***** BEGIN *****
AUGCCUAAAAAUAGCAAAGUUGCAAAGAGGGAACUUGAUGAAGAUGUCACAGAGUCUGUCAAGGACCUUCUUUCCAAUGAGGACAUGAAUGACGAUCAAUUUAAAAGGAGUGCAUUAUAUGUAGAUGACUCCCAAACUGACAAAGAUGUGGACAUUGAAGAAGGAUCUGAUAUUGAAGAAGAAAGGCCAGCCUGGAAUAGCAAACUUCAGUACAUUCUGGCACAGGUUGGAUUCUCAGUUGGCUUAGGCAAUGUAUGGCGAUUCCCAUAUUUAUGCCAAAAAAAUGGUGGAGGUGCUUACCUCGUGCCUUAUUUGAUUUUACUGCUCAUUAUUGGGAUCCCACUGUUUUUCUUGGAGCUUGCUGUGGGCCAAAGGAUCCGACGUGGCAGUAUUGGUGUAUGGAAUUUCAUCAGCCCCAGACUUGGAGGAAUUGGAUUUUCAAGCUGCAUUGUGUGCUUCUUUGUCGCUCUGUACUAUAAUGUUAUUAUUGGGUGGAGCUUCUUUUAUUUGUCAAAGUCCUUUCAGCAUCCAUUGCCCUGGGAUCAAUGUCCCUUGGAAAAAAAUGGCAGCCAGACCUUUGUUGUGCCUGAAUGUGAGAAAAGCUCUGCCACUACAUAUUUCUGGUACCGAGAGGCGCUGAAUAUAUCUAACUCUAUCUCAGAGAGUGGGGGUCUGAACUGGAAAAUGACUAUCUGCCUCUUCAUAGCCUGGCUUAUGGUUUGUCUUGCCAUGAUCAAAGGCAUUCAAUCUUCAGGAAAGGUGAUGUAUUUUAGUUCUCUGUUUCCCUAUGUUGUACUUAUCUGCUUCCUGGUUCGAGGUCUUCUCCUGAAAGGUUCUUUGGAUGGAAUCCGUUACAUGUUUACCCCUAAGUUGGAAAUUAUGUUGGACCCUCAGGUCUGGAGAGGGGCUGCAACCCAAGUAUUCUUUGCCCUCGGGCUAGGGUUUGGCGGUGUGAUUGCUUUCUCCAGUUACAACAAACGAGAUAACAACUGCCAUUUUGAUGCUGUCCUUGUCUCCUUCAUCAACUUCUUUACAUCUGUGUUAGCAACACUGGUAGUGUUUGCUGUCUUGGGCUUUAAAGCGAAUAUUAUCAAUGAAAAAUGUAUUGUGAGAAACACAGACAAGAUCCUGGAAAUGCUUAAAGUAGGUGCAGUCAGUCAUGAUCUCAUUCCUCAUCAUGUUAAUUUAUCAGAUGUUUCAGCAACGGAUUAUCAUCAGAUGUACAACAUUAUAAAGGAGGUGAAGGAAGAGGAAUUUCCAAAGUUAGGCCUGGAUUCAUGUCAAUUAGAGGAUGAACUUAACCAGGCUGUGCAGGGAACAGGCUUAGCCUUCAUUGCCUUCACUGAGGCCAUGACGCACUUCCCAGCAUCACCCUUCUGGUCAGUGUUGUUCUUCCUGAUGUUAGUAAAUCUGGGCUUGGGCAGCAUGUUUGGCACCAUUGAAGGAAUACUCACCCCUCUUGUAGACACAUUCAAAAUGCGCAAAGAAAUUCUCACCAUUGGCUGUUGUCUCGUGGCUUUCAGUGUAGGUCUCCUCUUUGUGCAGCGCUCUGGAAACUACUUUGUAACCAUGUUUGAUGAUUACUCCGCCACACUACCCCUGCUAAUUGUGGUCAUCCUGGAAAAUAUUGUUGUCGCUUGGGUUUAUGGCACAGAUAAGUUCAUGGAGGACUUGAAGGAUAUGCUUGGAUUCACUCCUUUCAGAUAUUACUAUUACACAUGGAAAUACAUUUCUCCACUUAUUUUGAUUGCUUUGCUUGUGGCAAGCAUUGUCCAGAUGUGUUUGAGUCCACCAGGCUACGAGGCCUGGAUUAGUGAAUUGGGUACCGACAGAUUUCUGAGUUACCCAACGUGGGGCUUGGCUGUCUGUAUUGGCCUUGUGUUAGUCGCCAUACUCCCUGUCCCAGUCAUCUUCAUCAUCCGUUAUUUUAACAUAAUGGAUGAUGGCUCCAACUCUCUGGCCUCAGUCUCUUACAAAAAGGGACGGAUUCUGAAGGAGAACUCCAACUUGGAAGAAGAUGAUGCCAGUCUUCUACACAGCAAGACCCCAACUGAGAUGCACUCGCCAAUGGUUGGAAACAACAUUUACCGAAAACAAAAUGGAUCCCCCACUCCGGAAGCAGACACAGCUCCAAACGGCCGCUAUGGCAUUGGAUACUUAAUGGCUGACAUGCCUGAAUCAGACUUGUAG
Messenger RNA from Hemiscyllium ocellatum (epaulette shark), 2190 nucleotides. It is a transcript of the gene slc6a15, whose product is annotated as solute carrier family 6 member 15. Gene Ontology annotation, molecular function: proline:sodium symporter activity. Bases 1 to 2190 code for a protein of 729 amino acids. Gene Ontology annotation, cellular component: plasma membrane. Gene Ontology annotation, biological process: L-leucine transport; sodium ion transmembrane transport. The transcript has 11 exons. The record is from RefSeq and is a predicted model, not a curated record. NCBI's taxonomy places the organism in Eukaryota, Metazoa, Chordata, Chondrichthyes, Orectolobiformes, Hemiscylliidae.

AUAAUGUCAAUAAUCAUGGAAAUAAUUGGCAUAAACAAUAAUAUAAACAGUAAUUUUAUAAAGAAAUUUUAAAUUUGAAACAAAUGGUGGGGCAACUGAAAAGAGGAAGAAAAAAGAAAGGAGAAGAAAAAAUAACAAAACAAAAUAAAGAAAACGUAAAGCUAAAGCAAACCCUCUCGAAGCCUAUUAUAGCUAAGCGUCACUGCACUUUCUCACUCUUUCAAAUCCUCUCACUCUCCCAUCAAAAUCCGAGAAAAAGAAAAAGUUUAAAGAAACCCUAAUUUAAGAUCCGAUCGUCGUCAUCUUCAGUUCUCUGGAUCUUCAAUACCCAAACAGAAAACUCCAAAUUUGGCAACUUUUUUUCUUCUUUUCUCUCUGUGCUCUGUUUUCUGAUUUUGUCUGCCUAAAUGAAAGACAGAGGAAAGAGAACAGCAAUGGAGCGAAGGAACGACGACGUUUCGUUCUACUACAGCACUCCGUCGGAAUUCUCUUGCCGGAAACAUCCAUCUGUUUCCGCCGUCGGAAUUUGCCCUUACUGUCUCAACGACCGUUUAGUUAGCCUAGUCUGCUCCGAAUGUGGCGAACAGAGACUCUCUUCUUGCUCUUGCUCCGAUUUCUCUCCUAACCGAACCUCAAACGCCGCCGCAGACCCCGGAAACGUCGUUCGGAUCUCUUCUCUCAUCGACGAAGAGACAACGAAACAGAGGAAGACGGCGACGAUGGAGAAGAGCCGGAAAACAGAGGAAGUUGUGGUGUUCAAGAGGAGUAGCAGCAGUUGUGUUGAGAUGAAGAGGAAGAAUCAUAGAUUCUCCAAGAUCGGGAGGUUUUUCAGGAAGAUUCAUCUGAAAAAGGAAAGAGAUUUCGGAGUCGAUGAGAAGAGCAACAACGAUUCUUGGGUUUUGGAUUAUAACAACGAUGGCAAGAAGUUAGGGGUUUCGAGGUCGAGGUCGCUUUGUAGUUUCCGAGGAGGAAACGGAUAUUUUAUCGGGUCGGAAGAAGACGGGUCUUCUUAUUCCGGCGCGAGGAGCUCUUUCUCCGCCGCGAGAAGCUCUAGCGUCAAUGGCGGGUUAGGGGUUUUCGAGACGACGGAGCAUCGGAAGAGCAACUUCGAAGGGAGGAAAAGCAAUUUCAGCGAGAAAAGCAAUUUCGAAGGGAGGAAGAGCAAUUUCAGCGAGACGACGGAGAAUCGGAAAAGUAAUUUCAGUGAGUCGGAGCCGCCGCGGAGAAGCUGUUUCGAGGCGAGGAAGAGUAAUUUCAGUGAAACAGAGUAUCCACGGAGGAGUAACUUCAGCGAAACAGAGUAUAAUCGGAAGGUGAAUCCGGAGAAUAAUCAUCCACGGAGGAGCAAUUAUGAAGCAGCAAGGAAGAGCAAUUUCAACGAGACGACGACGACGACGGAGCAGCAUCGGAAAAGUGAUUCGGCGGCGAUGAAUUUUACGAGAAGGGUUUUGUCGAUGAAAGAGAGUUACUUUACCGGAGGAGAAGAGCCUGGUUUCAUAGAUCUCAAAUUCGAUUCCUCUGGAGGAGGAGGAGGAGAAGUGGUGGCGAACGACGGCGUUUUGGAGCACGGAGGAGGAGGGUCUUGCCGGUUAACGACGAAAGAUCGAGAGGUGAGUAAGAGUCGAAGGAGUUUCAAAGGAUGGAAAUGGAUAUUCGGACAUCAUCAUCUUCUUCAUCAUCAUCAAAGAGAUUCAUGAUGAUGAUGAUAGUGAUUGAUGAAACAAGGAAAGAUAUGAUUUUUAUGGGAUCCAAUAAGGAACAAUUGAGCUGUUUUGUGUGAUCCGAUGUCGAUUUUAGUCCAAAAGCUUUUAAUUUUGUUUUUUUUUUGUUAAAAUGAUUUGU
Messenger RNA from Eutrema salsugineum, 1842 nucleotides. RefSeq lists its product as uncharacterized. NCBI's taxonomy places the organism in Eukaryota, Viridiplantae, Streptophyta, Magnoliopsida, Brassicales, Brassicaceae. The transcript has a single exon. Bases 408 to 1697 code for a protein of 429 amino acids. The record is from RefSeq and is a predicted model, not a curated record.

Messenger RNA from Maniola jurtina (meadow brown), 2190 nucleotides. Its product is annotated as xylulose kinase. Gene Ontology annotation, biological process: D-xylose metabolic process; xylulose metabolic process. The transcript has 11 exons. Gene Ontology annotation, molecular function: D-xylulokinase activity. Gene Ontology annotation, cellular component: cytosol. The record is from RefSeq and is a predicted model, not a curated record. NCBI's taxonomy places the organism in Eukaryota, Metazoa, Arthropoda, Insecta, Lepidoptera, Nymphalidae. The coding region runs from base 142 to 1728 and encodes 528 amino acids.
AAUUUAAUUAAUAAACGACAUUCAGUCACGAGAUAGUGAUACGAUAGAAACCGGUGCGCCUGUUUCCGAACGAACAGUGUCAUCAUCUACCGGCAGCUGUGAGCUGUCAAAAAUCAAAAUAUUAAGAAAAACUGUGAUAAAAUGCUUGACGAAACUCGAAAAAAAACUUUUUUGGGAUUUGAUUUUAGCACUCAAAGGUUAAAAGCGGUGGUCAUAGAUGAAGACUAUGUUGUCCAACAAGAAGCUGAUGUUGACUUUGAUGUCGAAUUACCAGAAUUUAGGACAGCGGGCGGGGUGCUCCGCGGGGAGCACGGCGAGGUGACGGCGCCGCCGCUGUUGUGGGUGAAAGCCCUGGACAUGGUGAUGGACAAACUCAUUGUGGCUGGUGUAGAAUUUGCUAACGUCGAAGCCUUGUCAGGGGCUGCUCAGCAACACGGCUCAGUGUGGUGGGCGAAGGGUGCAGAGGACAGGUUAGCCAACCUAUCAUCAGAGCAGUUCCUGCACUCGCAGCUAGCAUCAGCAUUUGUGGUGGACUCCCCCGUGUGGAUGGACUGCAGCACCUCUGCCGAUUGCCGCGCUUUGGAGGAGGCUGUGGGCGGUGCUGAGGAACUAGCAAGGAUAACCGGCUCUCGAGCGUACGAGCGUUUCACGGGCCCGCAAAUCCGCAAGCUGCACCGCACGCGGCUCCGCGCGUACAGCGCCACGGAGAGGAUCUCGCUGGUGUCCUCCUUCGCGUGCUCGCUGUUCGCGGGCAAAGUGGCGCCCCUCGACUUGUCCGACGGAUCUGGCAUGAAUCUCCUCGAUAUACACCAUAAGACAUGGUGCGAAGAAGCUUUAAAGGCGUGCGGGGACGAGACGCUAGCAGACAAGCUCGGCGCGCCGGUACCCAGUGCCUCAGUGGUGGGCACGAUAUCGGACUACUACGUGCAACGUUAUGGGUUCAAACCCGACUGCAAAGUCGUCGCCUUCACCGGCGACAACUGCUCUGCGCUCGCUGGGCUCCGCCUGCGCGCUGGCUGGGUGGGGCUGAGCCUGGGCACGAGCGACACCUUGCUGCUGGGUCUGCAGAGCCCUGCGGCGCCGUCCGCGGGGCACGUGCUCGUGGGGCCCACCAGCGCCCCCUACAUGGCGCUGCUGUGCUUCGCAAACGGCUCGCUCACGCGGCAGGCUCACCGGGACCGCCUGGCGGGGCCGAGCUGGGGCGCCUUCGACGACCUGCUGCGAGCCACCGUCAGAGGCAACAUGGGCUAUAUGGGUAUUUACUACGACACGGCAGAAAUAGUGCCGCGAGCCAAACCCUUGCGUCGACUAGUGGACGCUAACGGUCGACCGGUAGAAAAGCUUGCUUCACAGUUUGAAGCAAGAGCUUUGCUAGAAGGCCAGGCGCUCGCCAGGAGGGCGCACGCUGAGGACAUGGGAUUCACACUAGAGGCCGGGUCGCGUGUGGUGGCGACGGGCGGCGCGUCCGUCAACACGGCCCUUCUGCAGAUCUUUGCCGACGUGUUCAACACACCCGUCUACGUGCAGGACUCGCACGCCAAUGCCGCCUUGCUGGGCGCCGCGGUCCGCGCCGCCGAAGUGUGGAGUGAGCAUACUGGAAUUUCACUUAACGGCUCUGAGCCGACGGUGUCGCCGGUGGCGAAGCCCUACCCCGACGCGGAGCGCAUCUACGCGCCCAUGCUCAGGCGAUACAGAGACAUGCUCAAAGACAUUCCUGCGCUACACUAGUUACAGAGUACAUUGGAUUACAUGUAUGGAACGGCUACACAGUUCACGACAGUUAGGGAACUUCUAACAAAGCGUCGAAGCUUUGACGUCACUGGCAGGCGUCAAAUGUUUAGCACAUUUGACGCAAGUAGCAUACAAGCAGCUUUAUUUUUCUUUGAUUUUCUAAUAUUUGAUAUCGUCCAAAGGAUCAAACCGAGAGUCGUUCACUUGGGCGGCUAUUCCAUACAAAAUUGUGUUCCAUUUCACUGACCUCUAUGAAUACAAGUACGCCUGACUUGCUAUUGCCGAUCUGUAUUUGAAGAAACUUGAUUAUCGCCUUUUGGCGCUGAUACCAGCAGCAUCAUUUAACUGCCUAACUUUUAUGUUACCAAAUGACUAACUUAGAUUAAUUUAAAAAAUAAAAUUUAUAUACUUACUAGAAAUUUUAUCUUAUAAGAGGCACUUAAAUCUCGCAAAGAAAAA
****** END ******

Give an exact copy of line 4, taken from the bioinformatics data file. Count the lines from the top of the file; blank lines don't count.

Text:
Messenger RNA from Eutrema salsugineum, 1842 nucleotides. RefSeq lists its product as uncharacterized. NCBI's taxonomy places the organism in Eukaryota, Viridiplantae, Streptophyta, Magnoliopsida, Brassicales, Brassicaceae. The transcript has a single exon. Bases 408 to 1697 code for a protein of 429 amino acids. The record is from RefSeq and is a predicted model, not a curated record.